George Washington - Movie Reviews - Rotten Tomatoes

George Washington Reviews

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Super Reviewer
April 9, 2007
Interesting tone piece on the inner lives of children. Maybe sort of like if Terrence Malick directed the Spirit of the Beehive in recent rural North Carolina - but not as good as that sounds - if that actually sounds good to you.
Super Reviewer
½ January 2, 2012
Nasia: Sometimes I smile and laugh when I think of all the great things you're gonna do. I hope you live forever. 

"down this twisted road, please watch over my soul and lift me up so gently so as not to touch the ground."

David Gordon Green's debut feature, George Washington, is immensely different from the films he's been putting out for the last few years. He's been putting out stoner, sex comedies like Pineapple Express, Your Highness, and The Sitter. George Washington couldn't be less like those movies. It is as far away from comedy as you can be. It's a slow and sad film from a child, Nasia's, point of view. She narrates the story of George, and how he and a couple of friends accidentally killed their friend Buddy. From that point on, these kids aren't really kids any more. The innocence of childhood has left them.

If you want poignant storytelling, George Washington is your film. It's a movie where you can feel for a character, that something awful has happened to. George isn't a bad, rebellious youth, as a lot of these types of films use. He's a good kid, who is in a poor area, around other poor kids. He has a disease that doesn't allow him to get his head wet, and a little bump on the head could kill him. He's limited in what he can do with his friends. 

You can feel the scene where everything turns about five minutes before it happens. When the scene is occurring, you know this is where the tragedy is going to occur. David Gordon Green does the tragic scene the realistic and proper way. Stuff like this doesn't occur like it does in most movies. There's no suspenseful music before hand, there's no slow motion while it's going on, there's no crazy freakout rant afterwards. When a tragic event occurs, you are stunned, and you do what these kids do. You sit down on the ground and stare, until one of you can get up the courage to make a decision what to do next.

I can best describe this Indie movie, by saying it resembles the same feel of a Gus Van Sant indie. There's a bunch of no name actors, that don't really try to act. They perform like real people. They occasionally will make mistakes when they talk and stutter over words, trying to find the right thing to say. Gus Van Sant did Paranoid Park like six or seven years after this, and the two are quite alike. Paranoid Park went a different route in the aftermath of the accident, but the lead up is a lot alike. 

George Washington isn't a film that is for everyone. You may end up finding it too slow or too boring. You may feel that it doesn't quite go anywhere plot wise. But if you like understated, subtle dramas, give it a watch. It just may blow you away.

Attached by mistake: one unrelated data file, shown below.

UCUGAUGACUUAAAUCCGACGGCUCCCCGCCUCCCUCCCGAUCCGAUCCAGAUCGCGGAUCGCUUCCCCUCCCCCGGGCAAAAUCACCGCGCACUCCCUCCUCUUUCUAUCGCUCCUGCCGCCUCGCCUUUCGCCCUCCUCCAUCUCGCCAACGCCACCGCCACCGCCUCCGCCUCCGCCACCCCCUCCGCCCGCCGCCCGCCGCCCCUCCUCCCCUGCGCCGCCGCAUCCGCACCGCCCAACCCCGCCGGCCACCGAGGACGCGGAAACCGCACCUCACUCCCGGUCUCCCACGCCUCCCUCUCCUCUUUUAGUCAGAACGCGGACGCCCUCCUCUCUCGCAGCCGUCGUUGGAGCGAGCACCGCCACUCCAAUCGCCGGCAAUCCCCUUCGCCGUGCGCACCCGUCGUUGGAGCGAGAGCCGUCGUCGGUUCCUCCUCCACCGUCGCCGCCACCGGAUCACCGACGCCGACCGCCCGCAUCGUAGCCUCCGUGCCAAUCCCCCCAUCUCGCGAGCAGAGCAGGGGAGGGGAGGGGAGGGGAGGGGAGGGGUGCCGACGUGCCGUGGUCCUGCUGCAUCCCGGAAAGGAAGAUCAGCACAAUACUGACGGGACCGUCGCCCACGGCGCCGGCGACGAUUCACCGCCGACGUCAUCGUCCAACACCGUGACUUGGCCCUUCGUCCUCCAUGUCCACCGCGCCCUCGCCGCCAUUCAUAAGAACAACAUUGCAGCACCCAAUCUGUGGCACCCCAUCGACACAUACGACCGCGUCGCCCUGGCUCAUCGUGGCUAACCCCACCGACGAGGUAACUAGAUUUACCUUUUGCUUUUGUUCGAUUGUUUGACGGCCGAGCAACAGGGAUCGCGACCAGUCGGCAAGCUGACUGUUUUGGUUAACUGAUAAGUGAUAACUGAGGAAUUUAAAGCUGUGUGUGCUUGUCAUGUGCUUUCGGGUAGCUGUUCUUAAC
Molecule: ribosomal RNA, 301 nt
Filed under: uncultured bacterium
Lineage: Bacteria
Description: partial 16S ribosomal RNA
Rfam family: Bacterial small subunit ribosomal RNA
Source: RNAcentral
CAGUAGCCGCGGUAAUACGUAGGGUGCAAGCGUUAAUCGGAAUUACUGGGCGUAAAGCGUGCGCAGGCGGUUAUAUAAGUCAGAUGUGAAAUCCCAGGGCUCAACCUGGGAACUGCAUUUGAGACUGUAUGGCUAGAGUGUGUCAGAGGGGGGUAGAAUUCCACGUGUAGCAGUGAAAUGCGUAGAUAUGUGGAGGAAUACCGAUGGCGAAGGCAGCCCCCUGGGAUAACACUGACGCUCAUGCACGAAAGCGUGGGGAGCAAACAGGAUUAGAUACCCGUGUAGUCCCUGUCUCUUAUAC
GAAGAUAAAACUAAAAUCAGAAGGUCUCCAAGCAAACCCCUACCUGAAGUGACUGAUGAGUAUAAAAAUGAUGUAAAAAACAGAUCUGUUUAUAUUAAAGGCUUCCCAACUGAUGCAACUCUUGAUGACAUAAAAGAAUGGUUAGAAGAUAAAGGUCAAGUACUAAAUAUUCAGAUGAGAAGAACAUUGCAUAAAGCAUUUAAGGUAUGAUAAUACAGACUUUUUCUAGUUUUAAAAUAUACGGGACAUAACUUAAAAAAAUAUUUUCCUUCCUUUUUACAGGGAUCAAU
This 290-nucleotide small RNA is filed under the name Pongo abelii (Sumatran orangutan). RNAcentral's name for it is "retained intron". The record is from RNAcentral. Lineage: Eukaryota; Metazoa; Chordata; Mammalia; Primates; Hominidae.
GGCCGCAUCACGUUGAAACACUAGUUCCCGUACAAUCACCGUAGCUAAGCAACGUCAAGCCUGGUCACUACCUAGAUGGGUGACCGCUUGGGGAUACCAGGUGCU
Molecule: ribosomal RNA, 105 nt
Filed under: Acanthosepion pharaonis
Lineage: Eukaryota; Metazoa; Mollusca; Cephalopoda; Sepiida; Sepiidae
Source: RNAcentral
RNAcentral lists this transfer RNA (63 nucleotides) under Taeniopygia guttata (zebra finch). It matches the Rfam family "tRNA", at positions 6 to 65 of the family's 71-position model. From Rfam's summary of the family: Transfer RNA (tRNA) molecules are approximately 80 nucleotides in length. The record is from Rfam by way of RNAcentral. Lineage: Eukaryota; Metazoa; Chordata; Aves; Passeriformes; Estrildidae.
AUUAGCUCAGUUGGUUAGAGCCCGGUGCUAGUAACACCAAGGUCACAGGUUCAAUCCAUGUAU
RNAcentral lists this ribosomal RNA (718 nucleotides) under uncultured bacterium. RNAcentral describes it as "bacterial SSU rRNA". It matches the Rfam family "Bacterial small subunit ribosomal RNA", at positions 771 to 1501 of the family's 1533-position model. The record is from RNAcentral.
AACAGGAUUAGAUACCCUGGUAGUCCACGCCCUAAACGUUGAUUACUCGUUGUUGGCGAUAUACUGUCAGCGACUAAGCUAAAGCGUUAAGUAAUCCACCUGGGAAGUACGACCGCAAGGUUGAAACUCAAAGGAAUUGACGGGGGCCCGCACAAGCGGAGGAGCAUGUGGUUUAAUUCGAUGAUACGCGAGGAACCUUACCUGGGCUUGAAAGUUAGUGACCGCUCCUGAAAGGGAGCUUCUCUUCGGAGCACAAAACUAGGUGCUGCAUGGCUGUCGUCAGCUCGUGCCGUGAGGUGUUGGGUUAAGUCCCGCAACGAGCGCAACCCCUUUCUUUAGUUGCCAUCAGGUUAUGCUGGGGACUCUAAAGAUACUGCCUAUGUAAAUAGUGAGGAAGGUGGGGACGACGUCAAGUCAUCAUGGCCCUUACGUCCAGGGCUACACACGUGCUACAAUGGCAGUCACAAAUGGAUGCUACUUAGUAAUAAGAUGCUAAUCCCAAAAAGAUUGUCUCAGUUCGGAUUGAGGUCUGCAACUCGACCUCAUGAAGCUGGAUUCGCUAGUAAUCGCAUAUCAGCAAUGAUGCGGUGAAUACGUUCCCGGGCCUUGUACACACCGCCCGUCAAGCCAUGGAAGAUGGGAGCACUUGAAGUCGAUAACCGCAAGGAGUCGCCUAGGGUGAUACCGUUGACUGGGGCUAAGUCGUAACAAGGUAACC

Super Reviewer
½ October 30, 2011
A startling poetic film.
Super Reviewer
½ May 4, 2010
Strongly reminiscent of Jarmusch, only much more youthful and a little more concerned with creating a publicly digestible style. This looks, sounds and plays like a pretty typical indie of the time (and at $42,000, you'd damn best believe this is an indie), but though you could probably fault him for his originality his taste is impeccable. The exploration of impoverished, rural black youth and the heavy wall-of-sound mood are two great tastes that taste great together. This was reiterated by Half Nelson six years later, which I wasn't quite as taken with but which I often feel I owe a second chance. Nothing in George Washington jumps off the screen, but it's wistful and humorous and sometimes depressing, and makes for a bizarre and generally effective coming of age story. The acting is naturalistic and fits in well with the at-all-costs realism of the filming, amateurish line flubs and all. I don't feel that most of the characters ever truly come alive - George comes close, but in the end remains a mystery, as I'm sure he'd like to be. Like Aronofsky and Nolan, it's easy to see why this inspired confidence in David Gordon Green's future investors; the man can take a dime and turn it into treasure. Definitely worth watching.
Super Reviewer
March 1, 2007
A masterpiece.
Super Reviewer
½ January 29, 2007
this is a really good movie. deep and profound, this film chronicles the stories of confused kids that appear to be looking for nothing, when really they desire a salvation that they think they have to earn. this film blends heart breaking drama and hilarious humor perfectly, making me laugh out loud one moment only to be haunted by the harsh realities of life the next. george is my hero.
Super Reviewer
June 27, 2011
A poetic and beautiful little film.
Super Reviewer
½ December 5, 2010
"like he was physically insane...using the restroom...everywhere."
Super Reviewer
August 6, 2010
Some scenes in here are stretching for Malick-like greatness. Some scenes almost achieve it. The kid who plays Vernon is a natural.
Look, David Gordon Green either has a lot of happy accidents in this film or he has a natural eye. You're in one of two camps. I'm in the latter. Though, this movie is sort of unrealistic and has an unsatisfying ending.
Super Reviewer
July 12, 2009
Don't look for a simple or strong plot line to what you think could be the problems in this film. "George Washington" was kinda similar to the film Stand by Me" but the dialog in this film was often beyond the age and character. The scoring was dark and moody and rarely lights up. On occasion, the lack of actor training was seen in the kids, but for the most part they did a good job. The locations were full of dying and dead culture mostly an Industrial place.This was a heavy, sometimes overly artful film that was worth seeing and considering after wards. It had things to say, and you were expected to use your mind. Not my type of film. Undertow for me was way better.
Super Reviewer
½ March 14, 2008